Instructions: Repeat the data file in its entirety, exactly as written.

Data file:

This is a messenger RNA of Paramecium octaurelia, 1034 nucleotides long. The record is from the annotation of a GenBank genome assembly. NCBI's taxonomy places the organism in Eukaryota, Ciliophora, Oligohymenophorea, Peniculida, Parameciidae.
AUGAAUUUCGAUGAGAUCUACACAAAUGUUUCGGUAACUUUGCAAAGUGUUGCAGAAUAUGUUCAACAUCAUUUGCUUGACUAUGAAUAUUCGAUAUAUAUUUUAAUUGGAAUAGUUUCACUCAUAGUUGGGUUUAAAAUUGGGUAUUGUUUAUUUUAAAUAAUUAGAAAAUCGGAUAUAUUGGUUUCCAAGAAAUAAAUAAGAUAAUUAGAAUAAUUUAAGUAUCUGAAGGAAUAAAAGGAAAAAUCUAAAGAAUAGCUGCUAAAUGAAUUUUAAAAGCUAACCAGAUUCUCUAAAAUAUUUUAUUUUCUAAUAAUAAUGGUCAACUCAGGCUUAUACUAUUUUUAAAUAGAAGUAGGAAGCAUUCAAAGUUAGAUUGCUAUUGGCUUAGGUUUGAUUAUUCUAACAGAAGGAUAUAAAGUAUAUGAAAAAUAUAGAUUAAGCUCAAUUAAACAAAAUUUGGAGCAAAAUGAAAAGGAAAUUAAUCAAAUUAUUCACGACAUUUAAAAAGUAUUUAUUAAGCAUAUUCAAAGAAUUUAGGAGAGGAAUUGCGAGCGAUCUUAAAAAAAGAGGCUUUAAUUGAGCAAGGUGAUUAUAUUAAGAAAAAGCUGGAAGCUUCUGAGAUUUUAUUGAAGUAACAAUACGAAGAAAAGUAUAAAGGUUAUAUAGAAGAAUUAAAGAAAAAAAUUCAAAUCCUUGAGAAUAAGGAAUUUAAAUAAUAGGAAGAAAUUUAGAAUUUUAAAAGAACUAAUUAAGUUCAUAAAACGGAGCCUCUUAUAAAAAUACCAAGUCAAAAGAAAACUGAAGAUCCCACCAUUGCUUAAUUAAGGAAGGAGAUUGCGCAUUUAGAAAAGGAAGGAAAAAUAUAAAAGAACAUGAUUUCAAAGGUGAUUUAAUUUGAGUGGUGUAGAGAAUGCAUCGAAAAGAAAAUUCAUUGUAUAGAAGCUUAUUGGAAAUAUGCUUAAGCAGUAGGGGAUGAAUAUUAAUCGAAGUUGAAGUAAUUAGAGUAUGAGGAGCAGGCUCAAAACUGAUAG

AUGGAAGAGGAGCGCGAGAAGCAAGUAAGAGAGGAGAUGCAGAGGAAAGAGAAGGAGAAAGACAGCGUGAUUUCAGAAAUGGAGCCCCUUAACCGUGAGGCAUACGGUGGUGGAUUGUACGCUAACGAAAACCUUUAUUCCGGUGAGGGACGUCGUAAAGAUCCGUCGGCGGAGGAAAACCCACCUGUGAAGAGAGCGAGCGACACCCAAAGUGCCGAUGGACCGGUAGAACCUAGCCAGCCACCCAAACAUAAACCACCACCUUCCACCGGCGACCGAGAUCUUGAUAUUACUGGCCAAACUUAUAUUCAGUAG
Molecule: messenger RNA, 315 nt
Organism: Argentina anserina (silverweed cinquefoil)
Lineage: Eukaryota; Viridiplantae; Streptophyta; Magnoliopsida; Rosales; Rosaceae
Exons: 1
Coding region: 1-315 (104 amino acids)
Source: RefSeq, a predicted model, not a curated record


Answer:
This is a messenger RNA of Paramecium octaurelia, 1034 nucleotides long. The record is from the annotation of a GenBank genome assembly. NCBI's taxonomy places the organism in Eukaryota, Ciliophora, Oligohymenophorea, Peniculida, Parameciidae.
AUGAAUUUCGAUGAGAUCUACACAAAUGUUUCGGUAACUUUGCAAAGUGUUGCAGAAUAUGUUCAACAUCAUUUGCUUGACUAUGAAUAUUCGAUAUAUAUUUUAAUUGGAAUAGUUUCACUCAUAGUUGGGUUUAAAAUUGGGUAUUGUUUAUUUUAAAUAAUUAGAAAAUCGGAUAUAUUGGUUUCCAAGAAAUAAAUAAGAUAAUUAGAAUAAUUUAAGUAUCUGAAGGAAUAAAAGGAAAAAUCUAAAGAAUAGCUGCUAAAUGAAUUUUAAAAGCUAACCAGAUUCUCUAAAAUAUUUUAUUUUCUAAUAAUAAUGGUCAACUCAGGCUUAUACUAUUUUUAAAUAGAAGUAGGAAGCAUUCAAAGUUAGAUUGCUAUUGGCUUAGGUUUGAUUAUUCUAACAGAAGGAUAUAAAGUAUAUGAAAAAUAUAGAUUAAGCUCAAUUAAACAAAAUUUGGAGCAAAAUGAAAAGGAAAUUAAUCAAAUUAUUCACGACAUUUAAAAAGUAUUUAUUAAGCAUAUUCAAAGAAUUUAGGAGAGGAAUUGCGAGCGAUCUUAAAAAAAGAGGCUUUAAUUGAGCAAGGUGAUUAUAUUAAGAAAAAGCUGGAAGCUUCUGAGAUUUUAUUGAAGUAACAAUACGAAGAAAAGUAUAAAGGUUAUAUAGAAGAAUUAAAGAAAAAAAUUCAAAUCCUUGAGAAUAAGGAAUUUAAAUAAUAGGAAGAAAUUUAGAAUUUUAAAAGAACUAAUUAAGUUCAUAAAACGGAGCCUCUUAUAAAAAUACCAAGUCAAAAGAAAACUGAAGAUCCCACCAUUGCUUAAUUAAGGAAGGAGAUUGCGCAUUUAGAAAAGGAAGGAAAAAUAUAAAAGAACAUGAUUUCAAAGGUGAUUUAAUUUGAGUGGUGUAGAGAAUGCAUCGAAAAGAAAAUUCAUUGUAUAGAAGCUUAUUGGAAAUAUGCUUAAGCAGUAGGGGAUGAAUAUUAAUCGAAGUUGAAGUAAUUAGAGUAUGAGGAGCAGGCUCAAAACUGAUAG

AUGGAAGAGGAGCGCGAGAAGCAAGUAAGAGAGGAGAUGCAGAGGAAAGAGAAGGAGAAAGACAGCGUGAUUUCAGAAAUGGAGCCCCUUAACCGUGAGGCAUACGGUGGUGGAUUGUACGCUAACGAAAACCUUUAUUCCGGUGAGGGACGUCGUAAAGAUCCGUCGGCGGAGGAAAACCCACCUGUGAAGAGAGCGAGCGACACCCAAAGUGCCGAUGGACCGGUAGAACCUAGCCAGCCACCCAAACAUAAACCACCACCUUCCACCGGCGACCGAGAUCUUGAUAUUACUGGCCAAACUUAUAUUCAGUAG
Molecule: messenger RNA, 315 nt
Organism: Argentina anserina (silverweed cinquefoil)
Lineage: Eukaryota; Viridiplantae; Streptophyta; Magnoliopsida; Rosales; Rosaceae
Exons: 1
Coding region: 1-315 (104 amino acids)
Source: RefSeq, a predicted model, not a curated record